896 F.2d 107 (5th Cir. 1990), 89-2364, Matter of Rubarts
|Citation:||896 F.2d 107|
|Party Name:||In the Matter of Bobby R. RUBARTS and Naomi Rubarts, Debtors. Bobby R. RUBARTS and Naomi Rubarts, Appellants, v. FIRST GIBRALTAR BANK, FSB, Appellee.|
|Case Date:||March 12, 1990|
|Court:||United States Courts of Appeals, Court of Appeals for the Fifth Circuit|
Elizabeth A. Bates, Mankoff, Hill, Held & Goldburg, Dallas, Tex., for appellants.
Walter H. Dunlap, Jr., Jordan Dunlap & Prather, Edmund R. Wood, Stephen F. Shaw, Stewart Title, Chancellor & Wood, G. Dennis Sullivan, Dallas, Tex., for First Texas Sav. Ass'n.
Appeal from the United States District Court for the Eastern District of Texas.
Before GEE, JONES, and SMITH, Circuit Judges.
JERRY E. SMITH, Circuit Judge:
Plaintiffs appeal from a judgment declaring a vendor's lien and deed of trust lien on their residence enforceable. Because we disagree with the district court's conclusion that the evidence in the record is sufficient to strip from the plaintiffs the homestead protections afforded by the Texas Constitution, we reverse and remand.
In 1968, plaintiffs Bobby and Naomi Rubarts obtained a construction loan from Sherman Savings and Loan Association ("Sherman Savings") for the principal sum of $34,700 to build a home at 915 Western Hills, Sherman, Texas. The "Western Hills residence." After the house was completed, the Rubartses executed a first mortgage note and lien in favor of Sherman Savings. Sherman Savings later became First Texas Savings Association ("First Texas"). 1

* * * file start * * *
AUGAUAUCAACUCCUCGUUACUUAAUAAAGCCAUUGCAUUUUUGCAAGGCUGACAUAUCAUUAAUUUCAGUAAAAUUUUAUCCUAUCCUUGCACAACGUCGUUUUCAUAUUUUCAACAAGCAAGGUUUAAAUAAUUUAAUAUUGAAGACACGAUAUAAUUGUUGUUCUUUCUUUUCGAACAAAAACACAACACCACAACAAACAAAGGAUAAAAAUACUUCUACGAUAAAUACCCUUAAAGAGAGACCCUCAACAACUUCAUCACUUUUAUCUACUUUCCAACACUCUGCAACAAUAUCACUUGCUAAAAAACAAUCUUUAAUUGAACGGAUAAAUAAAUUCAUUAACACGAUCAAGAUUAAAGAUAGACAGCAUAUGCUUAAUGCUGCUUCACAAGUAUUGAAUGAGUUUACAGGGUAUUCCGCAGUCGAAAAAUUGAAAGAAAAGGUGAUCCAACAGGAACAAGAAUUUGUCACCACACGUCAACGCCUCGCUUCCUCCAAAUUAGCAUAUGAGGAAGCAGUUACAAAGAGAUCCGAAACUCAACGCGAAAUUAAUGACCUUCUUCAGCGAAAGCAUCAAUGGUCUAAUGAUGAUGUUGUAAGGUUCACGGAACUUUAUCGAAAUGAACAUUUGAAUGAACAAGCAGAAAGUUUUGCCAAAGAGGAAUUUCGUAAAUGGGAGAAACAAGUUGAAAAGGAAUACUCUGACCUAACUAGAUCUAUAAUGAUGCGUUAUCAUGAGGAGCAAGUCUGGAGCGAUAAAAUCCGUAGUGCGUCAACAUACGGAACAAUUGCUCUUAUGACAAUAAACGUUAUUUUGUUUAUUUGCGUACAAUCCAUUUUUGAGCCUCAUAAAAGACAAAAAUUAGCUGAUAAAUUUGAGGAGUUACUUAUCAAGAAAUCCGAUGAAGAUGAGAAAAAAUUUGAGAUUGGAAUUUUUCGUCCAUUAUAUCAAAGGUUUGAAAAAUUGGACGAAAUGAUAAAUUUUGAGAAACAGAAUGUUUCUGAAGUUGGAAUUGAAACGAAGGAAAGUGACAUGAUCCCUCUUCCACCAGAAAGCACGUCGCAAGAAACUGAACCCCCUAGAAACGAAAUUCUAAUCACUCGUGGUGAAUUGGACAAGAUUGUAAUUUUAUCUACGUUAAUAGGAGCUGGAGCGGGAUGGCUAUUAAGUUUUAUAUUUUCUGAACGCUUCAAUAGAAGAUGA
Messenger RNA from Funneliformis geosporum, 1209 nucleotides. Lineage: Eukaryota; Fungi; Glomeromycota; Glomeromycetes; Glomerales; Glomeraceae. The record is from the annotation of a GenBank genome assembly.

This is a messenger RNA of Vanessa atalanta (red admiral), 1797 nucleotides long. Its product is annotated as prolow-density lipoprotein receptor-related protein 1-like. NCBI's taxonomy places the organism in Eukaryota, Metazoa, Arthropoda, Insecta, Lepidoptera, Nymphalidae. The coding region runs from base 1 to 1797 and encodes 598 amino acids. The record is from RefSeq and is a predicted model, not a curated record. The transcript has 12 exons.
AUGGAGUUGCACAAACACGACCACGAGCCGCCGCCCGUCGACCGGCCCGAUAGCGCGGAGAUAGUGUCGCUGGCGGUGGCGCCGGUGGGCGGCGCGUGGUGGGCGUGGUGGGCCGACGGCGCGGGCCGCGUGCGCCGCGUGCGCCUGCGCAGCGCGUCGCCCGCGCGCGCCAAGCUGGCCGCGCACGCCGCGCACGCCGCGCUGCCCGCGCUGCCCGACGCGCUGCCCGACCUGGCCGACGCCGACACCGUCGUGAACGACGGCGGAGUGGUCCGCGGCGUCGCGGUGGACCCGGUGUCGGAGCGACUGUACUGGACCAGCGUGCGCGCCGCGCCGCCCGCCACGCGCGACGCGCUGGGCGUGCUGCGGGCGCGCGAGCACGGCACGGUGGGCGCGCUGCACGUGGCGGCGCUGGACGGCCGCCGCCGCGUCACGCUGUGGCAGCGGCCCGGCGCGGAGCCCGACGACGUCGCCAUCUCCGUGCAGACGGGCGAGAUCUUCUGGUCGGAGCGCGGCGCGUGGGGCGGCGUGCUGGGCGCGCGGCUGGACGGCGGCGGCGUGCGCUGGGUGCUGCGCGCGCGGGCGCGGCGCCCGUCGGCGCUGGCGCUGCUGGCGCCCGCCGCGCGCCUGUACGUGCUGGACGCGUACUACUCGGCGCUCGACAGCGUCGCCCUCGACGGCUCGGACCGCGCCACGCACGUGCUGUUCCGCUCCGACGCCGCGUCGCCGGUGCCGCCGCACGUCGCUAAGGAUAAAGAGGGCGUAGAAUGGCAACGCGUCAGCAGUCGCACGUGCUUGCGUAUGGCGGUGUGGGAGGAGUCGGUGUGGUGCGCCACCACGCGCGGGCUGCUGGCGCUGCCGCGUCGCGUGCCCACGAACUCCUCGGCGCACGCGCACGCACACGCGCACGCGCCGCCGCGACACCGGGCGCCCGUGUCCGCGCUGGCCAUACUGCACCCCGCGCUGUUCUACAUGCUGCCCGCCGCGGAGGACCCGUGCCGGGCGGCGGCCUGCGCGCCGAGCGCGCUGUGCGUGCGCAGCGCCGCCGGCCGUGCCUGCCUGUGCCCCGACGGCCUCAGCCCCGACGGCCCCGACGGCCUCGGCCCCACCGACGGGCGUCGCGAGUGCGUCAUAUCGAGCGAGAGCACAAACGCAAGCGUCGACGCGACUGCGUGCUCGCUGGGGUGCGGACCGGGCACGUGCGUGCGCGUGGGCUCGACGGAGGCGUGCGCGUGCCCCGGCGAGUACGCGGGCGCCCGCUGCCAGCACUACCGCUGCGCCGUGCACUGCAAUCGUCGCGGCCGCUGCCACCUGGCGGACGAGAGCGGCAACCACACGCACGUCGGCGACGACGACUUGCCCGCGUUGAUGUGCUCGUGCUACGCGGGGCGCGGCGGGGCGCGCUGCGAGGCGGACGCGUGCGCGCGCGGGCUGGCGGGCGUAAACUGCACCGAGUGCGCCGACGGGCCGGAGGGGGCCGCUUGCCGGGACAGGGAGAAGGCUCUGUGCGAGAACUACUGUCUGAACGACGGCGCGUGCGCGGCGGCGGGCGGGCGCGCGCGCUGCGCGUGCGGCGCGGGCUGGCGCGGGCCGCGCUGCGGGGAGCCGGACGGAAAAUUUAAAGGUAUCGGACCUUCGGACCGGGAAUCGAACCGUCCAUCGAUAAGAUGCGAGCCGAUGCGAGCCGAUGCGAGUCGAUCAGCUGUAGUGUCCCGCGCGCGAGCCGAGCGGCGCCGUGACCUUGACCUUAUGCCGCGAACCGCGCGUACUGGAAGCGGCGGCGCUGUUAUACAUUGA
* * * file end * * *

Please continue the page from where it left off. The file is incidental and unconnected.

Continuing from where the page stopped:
In 1979, Bobby Rubarts, acting in his capacity as president of the Rubartses' wholly-owned corporation, Diversified Industries, Inc. ("Diversified"), approached First Texas about securing a loan for the development of other property they owned, known as the "Louella property." Diversified badly needed funds to develop the Louella property, but the Rubartses found that First Texas would not accept any of the company's assets as collateral, since those assets already were too heavily encumbered.
The Rubartses then arranged to have Diversified purchase the Western Hills residence in order for Diversified to secure the desired loan from First Texas.
Although the property was transferred to Diversified, the Rubartses continued to use it as their primary residence and maintained the insurance policy on the house. Prior to the conveyance, a vice-president of First Texas, Carney Wilson, inspected and appraised the property, aware that it was the Rubartses' home. After Diversified received the loan proceeds, it paid off the prior first lien on the property, which First Texas itself held, and used most of the remainder of the loan proceeds to pay off some of Diversified's short-term indebtedness.
Sometime after March 1979, the Rubartses indicated to First Texas that they wished to reconvey their residence for tax purposes, as they needed the federal income tax interest deduction from their personal income tax. First Texas explained that in order to do so, they would need to negotiate a new loan. However, noticing that the deed of trust and conveyance did not preclude a reconveyance, the Rubartses did so anyway; in June 1980, Diversified, acting through the Rubartses as officers, reconveyed the property to them individually.
The Rubartses continued to live in the residence until 1985. The 1979 note has been in default since September 1, 1985. In September 1984 Bobby Rubarts had declared personal bankruptcy and had claimed the home as exempt under Texas's homestead provisions.
The Rubartses brought this action to declare First Texas's deed of trust lien on their residence unenforceable. 2 In a memorandum opinion, the district court held that the First Texas lien on the property was valid, despite the Rubartses' secret designs to reconvey.